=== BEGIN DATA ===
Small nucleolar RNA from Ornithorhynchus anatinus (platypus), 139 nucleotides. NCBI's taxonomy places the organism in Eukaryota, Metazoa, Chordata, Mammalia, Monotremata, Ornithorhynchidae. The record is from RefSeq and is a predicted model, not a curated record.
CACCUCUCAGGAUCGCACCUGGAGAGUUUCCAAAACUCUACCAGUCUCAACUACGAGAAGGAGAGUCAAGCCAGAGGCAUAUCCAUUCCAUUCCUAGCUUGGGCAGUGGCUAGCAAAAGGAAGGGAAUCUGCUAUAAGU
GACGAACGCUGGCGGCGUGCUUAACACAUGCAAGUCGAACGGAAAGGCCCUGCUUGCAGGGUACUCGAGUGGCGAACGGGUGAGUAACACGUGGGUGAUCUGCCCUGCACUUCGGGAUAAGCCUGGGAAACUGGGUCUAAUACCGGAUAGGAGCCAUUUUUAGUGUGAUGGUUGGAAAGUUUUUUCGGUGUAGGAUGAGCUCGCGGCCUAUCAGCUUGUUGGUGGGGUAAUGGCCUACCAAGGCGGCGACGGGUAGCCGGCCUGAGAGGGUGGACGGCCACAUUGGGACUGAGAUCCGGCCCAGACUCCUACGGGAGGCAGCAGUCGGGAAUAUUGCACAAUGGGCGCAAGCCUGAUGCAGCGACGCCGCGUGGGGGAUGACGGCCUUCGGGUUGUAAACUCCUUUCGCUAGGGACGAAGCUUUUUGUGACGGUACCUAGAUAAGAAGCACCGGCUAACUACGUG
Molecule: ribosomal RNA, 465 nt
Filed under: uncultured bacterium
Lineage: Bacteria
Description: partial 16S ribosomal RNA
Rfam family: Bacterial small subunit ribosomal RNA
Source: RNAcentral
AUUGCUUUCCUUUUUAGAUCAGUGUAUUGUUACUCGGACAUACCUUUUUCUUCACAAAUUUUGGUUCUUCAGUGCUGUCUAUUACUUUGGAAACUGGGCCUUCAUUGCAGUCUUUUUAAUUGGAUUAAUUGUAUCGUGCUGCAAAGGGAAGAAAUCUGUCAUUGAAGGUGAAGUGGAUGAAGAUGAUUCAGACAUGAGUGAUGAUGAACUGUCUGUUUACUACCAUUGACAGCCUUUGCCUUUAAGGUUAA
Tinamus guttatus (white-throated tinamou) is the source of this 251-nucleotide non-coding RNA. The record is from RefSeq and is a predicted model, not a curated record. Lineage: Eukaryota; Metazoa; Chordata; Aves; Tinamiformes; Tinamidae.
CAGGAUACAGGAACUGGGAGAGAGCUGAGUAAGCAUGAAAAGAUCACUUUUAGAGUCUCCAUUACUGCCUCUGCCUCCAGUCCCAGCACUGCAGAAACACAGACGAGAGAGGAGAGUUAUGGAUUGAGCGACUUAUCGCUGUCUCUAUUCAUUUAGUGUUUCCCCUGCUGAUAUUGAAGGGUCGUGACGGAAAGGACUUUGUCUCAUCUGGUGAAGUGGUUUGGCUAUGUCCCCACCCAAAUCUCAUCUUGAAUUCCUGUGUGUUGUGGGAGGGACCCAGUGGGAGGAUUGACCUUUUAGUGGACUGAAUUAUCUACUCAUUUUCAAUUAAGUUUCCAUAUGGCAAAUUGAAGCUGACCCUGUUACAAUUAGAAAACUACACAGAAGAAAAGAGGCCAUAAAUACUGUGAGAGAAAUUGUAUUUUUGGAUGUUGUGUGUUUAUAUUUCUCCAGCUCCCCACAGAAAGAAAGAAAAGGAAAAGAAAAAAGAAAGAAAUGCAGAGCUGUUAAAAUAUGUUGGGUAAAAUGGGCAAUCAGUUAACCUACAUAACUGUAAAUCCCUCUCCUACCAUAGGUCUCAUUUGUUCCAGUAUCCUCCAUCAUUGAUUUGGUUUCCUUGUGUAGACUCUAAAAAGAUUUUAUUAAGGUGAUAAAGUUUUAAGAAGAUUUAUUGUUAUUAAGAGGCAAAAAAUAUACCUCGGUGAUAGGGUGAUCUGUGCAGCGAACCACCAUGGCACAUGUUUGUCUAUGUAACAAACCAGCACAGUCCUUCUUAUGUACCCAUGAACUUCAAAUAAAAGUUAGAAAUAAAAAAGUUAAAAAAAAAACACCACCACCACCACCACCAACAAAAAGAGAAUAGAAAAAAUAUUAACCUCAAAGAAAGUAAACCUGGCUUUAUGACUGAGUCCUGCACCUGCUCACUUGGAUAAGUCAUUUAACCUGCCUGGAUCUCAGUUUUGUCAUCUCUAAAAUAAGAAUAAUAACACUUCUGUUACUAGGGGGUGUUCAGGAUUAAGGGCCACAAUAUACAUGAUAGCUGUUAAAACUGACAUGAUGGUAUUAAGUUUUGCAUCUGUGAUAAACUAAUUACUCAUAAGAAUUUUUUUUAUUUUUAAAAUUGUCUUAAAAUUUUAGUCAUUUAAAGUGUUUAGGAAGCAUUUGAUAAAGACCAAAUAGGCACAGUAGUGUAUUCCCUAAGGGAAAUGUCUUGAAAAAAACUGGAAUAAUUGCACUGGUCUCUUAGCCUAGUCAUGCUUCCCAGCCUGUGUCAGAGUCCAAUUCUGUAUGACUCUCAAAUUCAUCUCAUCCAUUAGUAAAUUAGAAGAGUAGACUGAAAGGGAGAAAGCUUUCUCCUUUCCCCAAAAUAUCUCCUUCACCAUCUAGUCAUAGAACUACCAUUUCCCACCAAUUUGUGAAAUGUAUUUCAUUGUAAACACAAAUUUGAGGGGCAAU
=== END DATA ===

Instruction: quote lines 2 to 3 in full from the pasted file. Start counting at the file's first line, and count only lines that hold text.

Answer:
CACCUCUCAGGAUCGCACCUGGAGAGUUUCCAAAACUCUACCAGUCUCAACUACGAGAAGGAGAGUCAAGCCAGAGGCAUAUCCAUUCCAUUCCUAGCUUGGGCAGUGGCUAGCAAAAGGAAGGGAAUCUGCUAUAAGU
GACGAACGCUGGCGGCGUGCUUAACACAUGCAAGUCGAACGGAAAGGCCCUGCUUGCAGGGUACUCGAGUGGCGAACGGGUGAGUAACACGUGGGUGAUCUGCCCUGCACUUCGGGAUAAGCCUGGGAAACUGGGUCUAAUACCGGAUAGGAGCCAUUUUUAGUGUGAUGGUUGGAAAGUUUUUUCGGUGUAGGAUGAGCUCGCGGCCUAUCAGCUUGUUGGUGGGGUAAUGGCCUACCAAGGCGGCGACGGGUAGCCGGCCUGAGAGGGUGGACGGCCACAUUGGGACUGAGAUCCGGCCCAGACUCCUACGGGAGGCAGCAGUCGGGAAUAUUGCACAAUGGGCGCAAGCCUGAUGCAGCGACGCCGCGUGGGGGAUGACGGCCUUCGGGUUGUAAACUCCUUUCGCUAGGGACGAAGCUUUUUGUGACGGUACCUAGAUAAGAAGCACCGGCUAACUACGUG